THE PRESBYTERY OF STEUBEN. The New York Times (
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(From the N.Y. Commercial Advertiser.)
CORNING.-This is to be the name of one of the new cities that are to grow up upon the line of the New-York and Erie rail-road, and which, owing to its peculiar advantages, and the means now about being used to develope them, cannot fail to be one of the most important. It is situated in the town of Painted Post, Steuben county, at the
termination of the west branch of the Chemung canal, and where the same is intersected by the line of the rail-road. It is near the junction of the Tioga, Canasteo and Conhocton rivers, which form the Chemung, and will receive the produce of all the fertile valleys of these rivers and the surrounding county, for trans-shipment upon the canal and rail-road. The salt, gypsum, and all the merchandize that shall be shipped upon the canal for the northern counties of Pennsylvania and the southwestern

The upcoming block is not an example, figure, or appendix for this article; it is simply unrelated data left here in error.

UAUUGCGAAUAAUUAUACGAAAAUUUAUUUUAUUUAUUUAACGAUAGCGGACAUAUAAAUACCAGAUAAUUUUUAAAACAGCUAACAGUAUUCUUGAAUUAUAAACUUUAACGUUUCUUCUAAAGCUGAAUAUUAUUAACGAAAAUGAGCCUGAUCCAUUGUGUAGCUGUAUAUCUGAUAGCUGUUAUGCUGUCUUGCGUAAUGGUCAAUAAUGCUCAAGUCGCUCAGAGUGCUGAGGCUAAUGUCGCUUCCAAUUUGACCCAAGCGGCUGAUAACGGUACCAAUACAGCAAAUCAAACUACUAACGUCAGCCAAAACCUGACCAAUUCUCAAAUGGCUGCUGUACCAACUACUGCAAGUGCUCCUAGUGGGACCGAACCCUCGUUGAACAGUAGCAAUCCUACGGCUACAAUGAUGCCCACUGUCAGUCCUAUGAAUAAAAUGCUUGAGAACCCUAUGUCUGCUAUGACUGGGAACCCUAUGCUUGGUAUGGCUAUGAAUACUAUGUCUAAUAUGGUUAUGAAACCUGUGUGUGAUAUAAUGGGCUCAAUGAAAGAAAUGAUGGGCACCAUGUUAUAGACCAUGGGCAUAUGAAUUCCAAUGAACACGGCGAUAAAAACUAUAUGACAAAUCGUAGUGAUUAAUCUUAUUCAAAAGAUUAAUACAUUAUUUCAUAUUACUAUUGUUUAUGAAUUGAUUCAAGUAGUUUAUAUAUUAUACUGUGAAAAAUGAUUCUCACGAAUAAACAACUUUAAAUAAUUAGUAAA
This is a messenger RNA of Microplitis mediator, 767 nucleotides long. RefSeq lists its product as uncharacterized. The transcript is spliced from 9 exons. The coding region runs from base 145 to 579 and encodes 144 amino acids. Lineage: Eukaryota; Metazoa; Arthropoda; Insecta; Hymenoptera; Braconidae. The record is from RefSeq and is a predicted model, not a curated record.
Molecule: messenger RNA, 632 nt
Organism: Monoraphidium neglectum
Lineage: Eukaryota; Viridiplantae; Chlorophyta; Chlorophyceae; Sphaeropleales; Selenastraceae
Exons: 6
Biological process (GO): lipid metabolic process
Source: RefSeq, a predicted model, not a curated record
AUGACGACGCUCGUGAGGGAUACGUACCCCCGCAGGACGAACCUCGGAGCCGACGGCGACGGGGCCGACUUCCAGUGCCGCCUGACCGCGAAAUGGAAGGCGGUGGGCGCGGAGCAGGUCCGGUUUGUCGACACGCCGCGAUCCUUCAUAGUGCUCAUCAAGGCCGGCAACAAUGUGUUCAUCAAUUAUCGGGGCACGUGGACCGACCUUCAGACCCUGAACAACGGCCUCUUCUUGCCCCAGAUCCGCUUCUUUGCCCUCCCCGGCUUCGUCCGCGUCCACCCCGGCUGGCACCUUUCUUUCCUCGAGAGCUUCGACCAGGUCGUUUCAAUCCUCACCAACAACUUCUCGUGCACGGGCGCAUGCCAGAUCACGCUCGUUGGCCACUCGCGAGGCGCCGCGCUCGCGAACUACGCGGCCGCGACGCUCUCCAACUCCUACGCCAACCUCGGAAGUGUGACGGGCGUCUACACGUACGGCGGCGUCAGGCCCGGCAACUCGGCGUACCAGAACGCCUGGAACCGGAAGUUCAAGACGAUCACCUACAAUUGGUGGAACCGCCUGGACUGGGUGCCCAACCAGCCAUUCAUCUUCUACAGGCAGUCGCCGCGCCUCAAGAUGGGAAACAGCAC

counties of the state of New-York, and the valley of the Allegany and Ohio, will be here transhipped from the rail-road to the canal. Nor is this all; the enterprising proprietors of the property upon which the town is to be built, are now actually construcing a rail-road from the new town to the Pennsylvania lne, a distance of about thirteen miles, which there connects with a rail-road now in progress, to the rich bituminous coal and iron ore region of Tioga county, Pennsylvania, and are making preparations for suppling the western part of this state with the now almost indispensable article of coal. The coal is said to be of superior quality, and to exist in vast abundance. Rich iron ore and fine clay abound in the same hills that contain the coal; and sand of a superior quality for manufacturing glass, exists in great abundance. All these, or the manufactures produced from them, besides vast quantities of lumber, will descend upon the rail-road from Pennsylvania to Corning, and be there transhipped for market upon the N.Y. and Erie rail-road or canal.